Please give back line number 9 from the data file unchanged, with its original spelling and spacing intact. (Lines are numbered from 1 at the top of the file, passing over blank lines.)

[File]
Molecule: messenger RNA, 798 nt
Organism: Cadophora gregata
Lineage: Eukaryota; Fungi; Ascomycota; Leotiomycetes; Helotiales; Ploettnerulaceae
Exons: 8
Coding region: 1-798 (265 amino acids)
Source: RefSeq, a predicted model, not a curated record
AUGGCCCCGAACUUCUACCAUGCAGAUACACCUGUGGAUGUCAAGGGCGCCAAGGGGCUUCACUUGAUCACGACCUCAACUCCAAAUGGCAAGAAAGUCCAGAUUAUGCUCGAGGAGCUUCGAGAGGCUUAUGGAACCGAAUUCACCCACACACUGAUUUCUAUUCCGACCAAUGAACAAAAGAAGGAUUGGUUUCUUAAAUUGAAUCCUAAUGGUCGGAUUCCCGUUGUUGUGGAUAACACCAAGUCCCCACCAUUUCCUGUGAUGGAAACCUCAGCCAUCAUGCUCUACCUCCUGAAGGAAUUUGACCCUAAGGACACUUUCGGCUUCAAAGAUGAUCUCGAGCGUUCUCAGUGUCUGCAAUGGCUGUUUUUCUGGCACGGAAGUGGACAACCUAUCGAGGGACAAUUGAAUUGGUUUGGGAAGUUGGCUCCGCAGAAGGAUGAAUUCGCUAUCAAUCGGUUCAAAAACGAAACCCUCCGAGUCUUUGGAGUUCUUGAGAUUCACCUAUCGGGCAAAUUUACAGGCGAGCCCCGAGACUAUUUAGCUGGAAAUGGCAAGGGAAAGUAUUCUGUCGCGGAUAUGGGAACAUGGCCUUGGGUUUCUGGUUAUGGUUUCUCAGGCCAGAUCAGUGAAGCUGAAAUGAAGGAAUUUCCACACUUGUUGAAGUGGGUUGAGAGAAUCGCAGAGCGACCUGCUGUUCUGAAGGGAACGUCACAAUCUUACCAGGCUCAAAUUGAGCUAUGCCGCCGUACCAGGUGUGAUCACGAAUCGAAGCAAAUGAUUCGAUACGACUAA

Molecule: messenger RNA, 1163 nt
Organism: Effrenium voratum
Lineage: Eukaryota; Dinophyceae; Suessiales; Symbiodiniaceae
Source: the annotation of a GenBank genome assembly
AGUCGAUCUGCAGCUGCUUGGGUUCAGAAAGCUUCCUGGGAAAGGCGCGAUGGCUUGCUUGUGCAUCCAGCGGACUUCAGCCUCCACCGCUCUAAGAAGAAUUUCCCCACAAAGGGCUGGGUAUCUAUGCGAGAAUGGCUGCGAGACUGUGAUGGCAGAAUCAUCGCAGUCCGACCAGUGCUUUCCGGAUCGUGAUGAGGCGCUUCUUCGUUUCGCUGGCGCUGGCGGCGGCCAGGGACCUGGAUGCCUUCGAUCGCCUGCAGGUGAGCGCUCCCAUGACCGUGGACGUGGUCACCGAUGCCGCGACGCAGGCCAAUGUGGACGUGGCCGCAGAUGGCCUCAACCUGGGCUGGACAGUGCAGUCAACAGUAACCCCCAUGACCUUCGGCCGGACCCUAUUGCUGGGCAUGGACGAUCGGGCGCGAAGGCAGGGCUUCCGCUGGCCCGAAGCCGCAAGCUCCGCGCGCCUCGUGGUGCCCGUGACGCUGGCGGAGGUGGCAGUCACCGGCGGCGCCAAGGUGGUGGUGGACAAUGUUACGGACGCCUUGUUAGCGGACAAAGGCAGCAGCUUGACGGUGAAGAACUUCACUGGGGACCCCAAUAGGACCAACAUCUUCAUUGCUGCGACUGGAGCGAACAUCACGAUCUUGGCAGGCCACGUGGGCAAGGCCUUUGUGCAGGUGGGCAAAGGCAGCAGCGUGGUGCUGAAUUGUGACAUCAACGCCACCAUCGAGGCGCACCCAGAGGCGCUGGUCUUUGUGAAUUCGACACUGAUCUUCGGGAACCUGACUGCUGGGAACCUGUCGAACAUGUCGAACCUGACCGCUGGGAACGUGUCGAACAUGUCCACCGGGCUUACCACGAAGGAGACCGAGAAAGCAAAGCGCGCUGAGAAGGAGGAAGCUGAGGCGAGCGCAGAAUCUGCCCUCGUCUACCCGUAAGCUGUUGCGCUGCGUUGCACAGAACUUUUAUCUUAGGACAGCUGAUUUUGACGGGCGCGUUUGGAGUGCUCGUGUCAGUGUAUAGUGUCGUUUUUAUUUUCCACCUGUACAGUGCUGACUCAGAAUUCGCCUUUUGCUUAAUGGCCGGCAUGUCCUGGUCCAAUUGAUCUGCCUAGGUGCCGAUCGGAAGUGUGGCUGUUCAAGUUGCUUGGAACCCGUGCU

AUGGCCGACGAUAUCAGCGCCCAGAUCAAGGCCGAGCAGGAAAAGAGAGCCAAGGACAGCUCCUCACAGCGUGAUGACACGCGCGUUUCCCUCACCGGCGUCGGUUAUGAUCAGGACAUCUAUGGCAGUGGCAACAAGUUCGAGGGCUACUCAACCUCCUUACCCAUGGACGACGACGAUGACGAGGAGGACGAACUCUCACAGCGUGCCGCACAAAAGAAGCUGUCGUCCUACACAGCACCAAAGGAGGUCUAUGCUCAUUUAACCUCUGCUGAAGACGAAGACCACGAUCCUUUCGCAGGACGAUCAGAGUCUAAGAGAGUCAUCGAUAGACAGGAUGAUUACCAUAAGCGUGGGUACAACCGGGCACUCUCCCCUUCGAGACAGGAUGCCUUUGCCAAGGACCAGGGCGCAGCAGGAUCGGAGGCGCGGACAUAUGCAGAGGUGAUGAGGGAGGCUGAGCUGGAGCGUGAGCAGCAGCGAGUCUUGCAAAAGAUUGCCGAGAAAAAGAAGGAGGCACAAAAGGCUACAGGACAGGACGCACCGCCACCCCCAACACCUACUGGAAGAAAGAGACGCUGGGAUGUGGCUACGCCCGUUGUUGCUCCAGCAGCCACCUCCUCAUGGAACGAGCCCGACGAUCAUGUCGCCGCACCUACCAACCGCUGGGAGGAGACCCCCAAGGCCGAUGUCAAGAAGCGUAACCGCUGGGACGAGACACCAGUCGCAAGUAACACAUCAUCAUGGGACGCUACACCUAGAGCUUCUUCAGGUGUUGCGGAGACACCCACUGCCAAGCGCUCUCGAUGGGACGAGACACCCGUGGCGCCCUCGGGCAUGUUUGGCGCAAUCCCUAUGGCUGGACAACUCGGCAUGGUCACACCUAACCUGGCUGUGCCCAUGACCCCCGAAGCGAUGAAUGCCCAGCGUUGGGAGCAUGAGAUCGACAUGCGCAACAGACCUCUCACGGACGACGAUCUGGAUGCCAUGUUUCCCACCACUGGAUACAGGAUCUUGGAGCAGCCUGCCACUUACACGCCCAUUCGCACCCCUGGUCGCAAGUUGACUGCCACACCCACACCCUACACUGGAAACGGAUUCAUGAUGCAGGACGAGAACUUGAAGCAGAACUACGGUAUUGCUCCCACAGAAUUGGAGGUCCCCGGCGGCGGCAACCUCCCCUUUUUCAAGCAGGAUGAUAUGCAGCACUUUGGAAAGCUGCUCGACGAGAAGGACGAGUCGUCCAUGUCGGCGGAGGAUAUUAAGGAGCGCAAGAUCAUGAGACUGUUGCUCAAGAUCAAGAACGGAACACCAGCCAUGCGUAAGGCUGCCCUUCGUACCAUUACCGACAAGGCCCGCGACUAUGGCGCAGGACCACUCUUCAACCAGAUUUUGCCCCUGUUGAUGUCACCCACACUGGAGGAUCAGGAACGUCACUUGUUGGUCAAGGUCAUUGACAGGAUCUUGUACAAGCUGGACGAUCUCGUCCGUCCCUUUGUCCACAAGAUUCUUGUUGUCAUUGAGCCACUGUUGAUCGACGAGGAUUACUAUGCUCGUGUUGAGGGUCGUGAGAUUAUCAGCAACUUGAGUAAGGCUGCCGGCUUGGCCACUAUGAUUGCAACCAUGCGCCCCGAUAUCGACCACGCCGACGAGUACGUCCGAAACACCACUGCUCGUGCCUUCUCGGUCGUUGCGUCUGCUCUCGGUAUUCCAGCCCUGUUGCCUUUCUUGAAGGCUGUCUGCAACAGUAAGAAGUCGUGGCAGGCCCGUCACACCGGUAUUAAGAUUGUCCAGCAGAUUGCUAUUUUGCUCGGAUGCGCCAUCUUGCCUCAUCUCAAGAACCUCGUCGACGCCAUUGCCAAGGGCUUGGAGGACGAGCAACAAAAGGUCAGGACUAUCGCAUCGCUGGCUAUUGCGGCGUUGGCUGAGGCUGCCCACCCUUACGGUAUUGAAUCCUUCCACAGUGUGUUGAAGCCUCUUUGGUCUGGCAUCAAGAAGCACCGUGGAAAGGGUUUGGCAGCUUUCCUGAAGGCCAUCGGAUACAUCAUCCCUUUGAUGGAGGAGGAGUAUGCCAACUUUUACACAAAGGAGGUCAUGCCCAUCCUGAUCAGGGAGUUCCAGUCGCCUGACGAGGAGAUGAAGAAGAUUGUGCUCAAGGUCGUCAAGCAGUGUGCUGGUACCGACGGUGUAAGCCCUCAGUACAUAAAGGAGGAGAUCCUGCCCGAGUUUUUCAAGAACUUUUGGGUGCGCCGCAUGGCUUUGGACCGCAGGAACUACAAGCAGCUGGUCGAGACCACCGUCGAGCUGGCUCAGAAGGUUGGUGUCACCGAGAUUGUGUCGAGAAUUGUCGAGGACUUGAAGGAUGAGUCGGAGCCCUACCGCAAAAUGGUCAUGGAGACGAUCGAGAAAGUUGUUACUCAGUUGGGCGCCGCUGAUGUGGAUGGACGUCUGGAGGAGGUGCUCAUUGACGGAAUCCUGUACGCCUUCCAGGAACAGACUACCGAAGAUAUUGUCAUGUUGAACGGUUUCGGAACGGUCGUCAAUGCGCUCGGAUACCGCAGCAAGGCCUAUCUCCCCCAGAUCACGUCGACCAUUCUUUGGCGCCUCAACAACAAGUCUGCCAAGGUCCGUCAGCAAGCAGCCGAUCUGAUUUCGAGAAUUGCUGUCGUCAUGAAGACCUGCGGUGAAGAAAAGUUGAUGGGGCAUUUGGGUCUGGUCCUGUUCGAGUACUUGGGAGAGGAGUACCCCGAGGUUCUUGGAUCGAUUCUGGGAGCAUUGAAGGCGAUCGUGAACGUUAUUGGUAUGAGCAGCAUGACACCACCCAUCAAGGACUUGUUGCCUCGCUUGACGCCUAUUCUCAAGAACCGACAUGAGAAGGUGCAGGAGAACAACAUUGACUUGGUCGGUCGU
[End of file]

Organism: Effrenium voratum